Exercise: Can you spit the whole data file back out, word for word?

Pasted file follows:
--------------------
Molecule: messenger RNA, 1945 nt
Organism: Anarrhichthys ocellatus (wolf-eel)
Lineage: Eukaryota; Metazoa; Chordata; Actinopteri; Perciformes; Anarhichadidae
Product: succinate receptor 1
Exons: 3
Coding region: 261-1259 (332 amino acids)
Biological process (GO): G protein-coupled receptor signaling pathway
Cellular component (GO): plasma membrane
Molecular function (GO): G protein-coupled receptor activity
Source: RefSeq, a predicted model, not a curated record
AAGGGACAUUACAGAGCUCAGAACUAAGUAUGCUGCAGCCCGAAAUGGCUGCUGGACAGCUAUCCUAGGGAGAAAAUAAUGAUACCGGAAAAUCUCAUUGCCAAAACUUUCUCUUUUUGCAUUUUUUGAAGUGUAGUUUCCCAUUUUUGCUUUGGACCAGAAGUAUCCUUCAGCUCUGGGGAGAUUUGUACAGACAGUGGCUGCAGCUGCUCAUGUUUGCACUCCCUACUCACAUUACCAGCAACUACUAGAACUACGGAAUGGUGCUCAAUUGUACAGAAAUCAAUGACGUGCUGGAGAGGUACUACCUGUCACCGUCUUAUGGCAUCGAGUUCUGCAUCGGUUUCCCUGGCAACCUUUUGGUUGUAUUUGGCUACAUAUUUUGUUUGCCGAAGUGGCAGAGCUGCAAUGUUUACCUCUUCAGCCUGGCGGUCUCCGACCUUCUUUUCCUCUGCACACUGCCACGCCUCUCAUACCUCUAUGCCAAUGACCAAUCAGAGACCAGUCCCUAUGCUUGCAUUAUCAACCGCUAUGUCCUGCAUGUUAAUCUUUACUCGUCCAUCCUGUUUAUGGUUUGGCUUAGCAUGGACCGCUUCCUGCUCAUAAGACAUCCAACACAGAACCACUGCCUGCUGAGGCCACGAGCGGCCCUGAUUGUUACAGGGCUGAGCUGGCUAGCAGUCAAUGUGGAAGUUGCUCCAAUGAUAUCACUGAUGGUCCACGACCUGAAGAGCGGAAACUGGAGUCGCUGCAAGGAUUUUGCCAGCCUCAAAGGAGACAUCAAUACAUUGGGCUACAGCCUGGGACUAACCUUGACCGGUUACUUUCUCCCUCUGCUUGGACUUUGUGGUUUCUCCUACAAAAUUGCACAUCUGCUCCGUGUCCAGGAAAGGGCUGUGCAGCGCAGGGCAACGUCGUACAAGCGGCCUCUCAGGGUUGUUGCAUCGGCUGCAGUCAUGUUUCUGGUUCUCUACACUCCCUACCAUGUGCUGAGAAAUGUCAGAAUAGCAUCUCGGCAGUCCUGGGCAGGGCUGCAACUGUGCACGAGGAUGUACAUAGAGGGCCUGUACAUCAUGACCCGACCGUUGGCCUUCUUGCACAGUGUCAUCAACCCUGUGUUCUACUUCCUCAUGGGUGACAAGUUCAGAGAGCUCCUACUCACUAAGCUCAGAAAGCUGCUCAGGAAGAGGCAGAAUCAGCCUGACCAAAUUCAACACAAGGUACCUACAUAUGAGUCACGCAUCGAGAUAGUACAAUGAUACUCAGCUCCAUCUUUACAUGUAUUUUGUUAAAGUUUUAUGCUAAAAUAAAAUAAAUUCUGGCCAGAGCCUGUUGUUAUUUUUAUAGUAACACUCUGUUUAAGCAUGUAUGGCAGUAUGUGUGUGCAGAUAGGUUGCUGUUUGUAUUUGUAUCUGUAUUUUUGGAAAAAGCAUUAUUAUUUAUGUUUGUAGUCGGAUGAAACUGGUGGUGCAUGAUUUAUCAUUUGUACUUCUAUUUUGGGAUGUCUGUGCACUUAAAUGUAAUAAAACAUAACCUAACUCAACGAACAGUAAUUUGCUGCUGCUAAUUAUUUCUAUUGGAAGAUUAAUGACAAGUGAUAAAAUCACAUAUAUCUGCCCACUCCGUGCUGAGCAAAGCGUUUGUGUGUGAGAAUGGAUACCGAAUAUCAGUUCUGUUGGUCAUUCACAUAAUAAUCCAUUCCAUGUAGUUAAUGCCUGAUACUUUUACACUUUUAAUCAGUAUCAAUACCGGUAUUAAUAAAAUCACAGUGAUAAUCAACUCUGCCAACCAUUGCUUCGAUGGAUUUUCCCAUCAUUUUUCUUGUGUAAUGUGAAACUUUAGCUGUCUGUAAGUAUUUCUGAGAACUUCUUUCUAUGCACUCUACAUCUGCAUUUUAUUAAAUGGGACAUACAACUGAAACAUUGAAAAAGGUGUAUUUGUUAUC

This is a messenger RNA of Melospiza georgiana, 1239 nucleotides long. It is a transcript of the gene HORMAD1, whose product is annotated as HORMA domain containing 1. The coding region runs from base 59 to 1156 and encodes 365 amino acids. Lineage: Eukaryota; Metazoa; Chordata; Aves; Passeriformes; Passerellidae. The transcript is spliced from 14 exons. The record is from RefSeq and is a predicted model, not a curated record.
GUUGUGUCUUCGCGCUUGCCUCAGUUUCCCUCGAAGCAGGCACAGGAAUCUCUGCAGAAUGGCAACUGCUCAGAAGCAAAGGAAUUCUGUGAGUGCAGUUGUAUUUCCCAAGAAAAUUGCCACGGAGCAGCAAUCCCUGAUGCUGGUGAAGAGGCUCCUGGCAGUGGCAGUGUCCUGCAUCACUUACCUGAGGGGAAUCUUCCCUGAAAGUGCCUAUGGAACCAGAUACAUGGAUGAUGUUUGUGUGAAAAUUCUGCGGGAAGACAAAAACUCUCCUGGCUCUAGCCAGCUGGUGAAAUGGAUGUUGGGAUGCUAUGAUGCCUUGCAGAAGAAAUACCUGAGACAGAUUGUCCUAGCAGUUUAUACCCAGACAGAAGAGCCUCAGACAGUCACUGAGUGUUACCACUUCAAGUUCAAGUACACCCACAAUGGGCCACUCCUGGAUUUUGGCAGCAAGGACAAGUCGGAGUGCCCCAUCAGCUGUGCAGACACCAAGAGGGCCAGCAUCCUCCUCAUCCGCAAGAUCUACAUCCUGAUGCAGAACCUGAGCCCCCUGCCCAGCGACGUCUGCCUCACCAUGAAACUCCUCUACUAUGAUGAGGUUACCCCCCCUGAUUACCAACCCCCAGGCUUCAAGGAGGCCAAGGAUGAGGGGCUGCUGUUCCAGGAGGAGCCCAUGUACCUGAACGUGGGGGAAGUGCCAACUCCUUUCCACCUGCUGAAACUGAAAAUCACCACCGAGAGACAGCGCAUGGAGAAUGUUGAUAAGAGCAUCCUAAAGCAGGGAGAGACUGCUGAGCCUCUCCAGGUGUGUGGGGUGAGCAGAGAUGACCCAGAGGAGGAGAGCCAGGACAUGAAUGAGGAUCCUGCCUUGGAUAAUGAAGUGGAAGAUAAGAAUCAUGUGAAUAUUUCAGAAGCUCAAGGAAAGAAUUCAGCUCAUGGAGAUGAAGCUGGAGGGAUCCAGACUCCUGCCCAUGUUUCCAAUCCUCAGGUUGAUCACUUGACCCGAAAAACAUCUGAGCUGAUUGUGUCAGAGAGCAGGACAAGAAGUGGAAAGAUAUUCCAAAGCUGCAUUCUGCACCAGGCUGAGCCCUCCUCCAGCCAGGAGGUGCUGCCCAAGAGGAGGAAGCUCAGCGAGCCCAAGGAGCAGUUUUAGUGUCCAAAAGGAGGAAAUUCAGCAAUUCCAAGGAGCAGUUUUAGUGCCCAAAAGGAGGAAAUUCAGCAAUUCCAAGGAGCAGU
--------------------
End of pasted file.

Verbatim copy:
Molecule: messenger RNA, 1945 nt
Organism: Anarrhichthys ocellatus (wolf-eel)
Lineage: Eukaryota; Metazoa; Chordata; Actinopteri; Perciformes; Anarhichadidae
Product: succinate receptor 1
Exons: 3
Coding region: 261-1259 (332 amino acids)
Biological process (GO): G protein-coupled receptor signaling pathway
Cellular component (GO): plasma membrane
Molecular function (GO): G protein-coupled receptor activity
Source: RefSeq, a predicted model, not a curated record
AAGGGACAUUACAGAGCUCAGAACUAAGUAUGCUGCAGCCCGAAAUGGCUGCUGGACAGCUAUCCUAGGGAGAAAAUAAUGAUACCGGAAAAUCUCAUUGCCAAAACUUUCUCUUUUUGCAUUUUUUGAAGUGUAGUUUCCCAUUUUUGCUUUGGACCAGAAGUAUCCUUCAGCUCUGGGGAGAUUUGUACAGACAGUGGCUGCAGCUGCUCAUGUUUGCACUCCCUACUCACAUUACCAGCAACUACUAGAACUACGGAAUGGUGCUCAAUUGUACAGAAAUCAAUGACGUGCUGGAGAGGUACUACCUGUCACCGUCUUAUGGCAUCGAGUUCUGCAUCGGUUUCCCUGGCAACCUUUUGGUUGUAUUUGGCUACAUAUUUUGUUUGCCGAAGUGGCAGAGCUGCAAUGUUUACCUCUUCAGCCUGGCGGUCUCCGACCUUCUUUUCCUCUGCACACUGCCACGCCUCUCAUACCUCUAUGCCAAUGACCAAUCAGAGACCAGUCCCUAUGCUUGCAUUAUCAACCGCUAUGUCCUGCAUGUUAAUCUUUACUCGUCCAUCCUGUUUAUGGUUUGGCUUAGCAUGGACCGCUUCCUGCUCAUAAGACAUCCAACACAGAACCACUGCCUGCUGAGGCCACGAGCGGCCCUGAUUGUUACAGGGCUGAGCUGGCUAGCAGUCAAUGUGGAAGUUGCUCCAAUGAUAUCACUGAUGGUCCACGACCUGAAGAGCGGAAACUGGAGUCGCUGCAAGGAUUUUGCCAGCCUCAAAGGAGACAUCAAUACAUUGGGCUACAGCCUGGGACUAACCUUGACCGGUUACUUUCUCCCUCUGCUUGGACUUUGUGGUUUCUCCUACAAAAUUGCACAUCUGCUCCGUGUCCAGGAAAGGGCUGUGCAGCGCAGGGCAACGUCGUACAAGCGGCCUCUCAGGGUUGUUGCAUCGGCUGCAGUCAUGUUUCUGGUUCUCUACACUCCCUACCAUGUGCUGAGAAAUGUCAGAAUAGCAUCUCGGCAGUCCUGGGCAGGGCUGCAACUGUGCACGAGGAUGUACAUAGAGGGCCUGUACAUCAUGACCCGACCGUUGGCCUUCUUGCACAGUGUCAUCAACCCUGUGUUCUACUUCCUCAUGGGUGACAAGUUCAGAGAGCUCCUACUCACUAAGCUCAGAAAGCUGCUCAGGAAGAGGCAGAAUCAGCCUGACCAAAUUCAACACAAGGUACCUACAUAUGAGUCACGCAUCGAGAUAGUACAAUGAUACUCAGCUCCAUCUUUACAUGUAUUUUGUUAAAGUUUUAUGCUAAAAUAAAAUAAAUUCUGGCCAGAGCCUGUUGUUAUUUUUAUAGUAACACUCUGUUUAAGCAUGUAUGGCAGUAUGUGUGUGCAGAUAGGUUGCUGUUUGUAUUUGUAUCUGUAUUUUUGGAAAAAGCAUUAUUAUUUAUGUUUGUAGUCGGAUGAAACUGGUGGUGCAUGAUUUAUCAUUUGUACUUCUAUUUUGGGAUGUCUGUGCACUUAAAUGUAAUAAAACAUAACCUAACUCAACGAACAGUAAUUUGCUGCUGCUAAUUAUUUCUAUUGGAAGAUUAAUGACAAGUGAUAAAAUCACAUAUAUCUGCCCACUCCGUGCUGAGCAAAGCGUUUGUGUGUGAGAAUGGAUACCGAAUAUCAGUUCUGUUGGUCAUUCACAUAAUAAUCCAUUCCAUGUAGUUAAUGCCUGAUACUUUUACACUUUUAAUCAGUAUCAAUACCGGUAUUAAUAAAAUCACAGUGAUAAUCAACUCUGCCAACCAUUGCUUCGAUGGAUUUUCCCAUCAUUUUUCUUGUGUAAUGUGAAACUUUAGCUGUCUGUAAGUAUUUCUGAGAACUUCUUUCUAUGCACUCUACAUCUGCAUUUUAUUAAAUGGGACAUACAACUGAAACAUUGAAAAAGGUGUAUUUGUUAUC

This is a messenger RNA of Melospiza georgiana, 1239 nucleotides long. It is a transcript of the gene HORMAD1, whose product is annotated as HORMA domain containing 1. The coding region runs from base 59 to 1156 and encodes 365 amino acids. Lineage: Eukaryota; Metazoa; Chordata; Aves; Passeriformes; Passerellidae. The transcript is spliced from 14 exons. The record is from RefSeq and is a predicted model, not a curated record.
GUUGUGUCUUCGCGCUUGCCUCAGUUUCCCUCGAAGCAGGCACAGGAAUCUCUGCAGAAUGGCAACUGCUCAGAAGCAAAGGAAUUCUGUGAGUGCAGUUGUAUUUCCCAAGAAAAUUGCCACGGAGCAGCAAUCCCUGAUGCUGGUGAAGAGGCUCCUGGCAGUGGCAGUGUCCUGCAUCACUUACCUGAGGGGAAUCUUCCCUGAAAGUGCCUAUGGAACCAGAUACAUGGAUGAUGUUUGUGUGAAAAUUCUGCGGGAAGACAAAAACUCUCCUGGCUCUAGCCAGCUGGUGAAAUGGAUGUUGGGAUGCUAUGAUGCCUUGCAGAAGAAAUACCUGAGACAGAUUGUCCUAGCAGUUUAUACCCAGACAGAAGAGCCUCAGACAGUCACUGAGUGUUACCACUUCAAGUUCAAGUACACCCACAAUGGGCCACUCCUGGAUUUUGGCAGCAAGGACAAGUCGGAGUGCCCCAUCAGCUGUGCAGACACCAAGAGGGCCAGCAUCCUCCUCAUCCGCAAGAUCUACAUCCUGAUGCAGAACCUGAGCCCCCUGCCCAGCGACGUCUGCCUCACCAUGAAACUCCUCUACUAUGAUGAGGUUACCCCCCCUGAUUACCAACCCCCAGGCUUCAAGGAGGCCAAGGAUGAGGGGCUGCUGUUCCAGGAGGAGCCCAUGUACCUGAACGUGGGGGAAGUGCCAACUCCUUUCCACCUGCUGAAACUGAAAAUCACCACCGAGAGACAGCGCAUGGAGAAUGUUGAUAAGAGCAUCCUAAAGCAGGGAGAGACUGCUGAGCCUCUCCAGGUGUGUGGGGUGAGCAGAGAUGACCCAGAGGAGGAGAGCCAGGACAUGAAUGAGGAUCCUGCCUUGGAUAAUGAAGUGGAAGAUAAGAAUCAUGUGAAUAUUUCAGAAGCUCAAGGAAAGAAUUCAGCUCAUGGAGAUGAAGCUGGAGGGAUCCAGACUCCUGCCCAUGUUUCCAAUCCUCAGGUUGAUCACUUGACCCGAAAAACAUCUGAGCUGAUUGUGUCAGAGAGCAGGACAAGAAGUGGAAAGAUAUUCCAAAGCUGCAUUCUGCACCAGGCUGAGCCCUCCUCCAGCCAGGAGGUGCUGCCCAAGAGGAGGAAGCUCAGCGAGCCCAAGGAGCAGUUUUAGUGUCCAAAAGGAGGAAAUUCAGCAAUUCCAAGGAGCAGUUUUAGUGCCCAAAAGGAGGAAAUUCAGCAAUUCCAAGGAGCAGU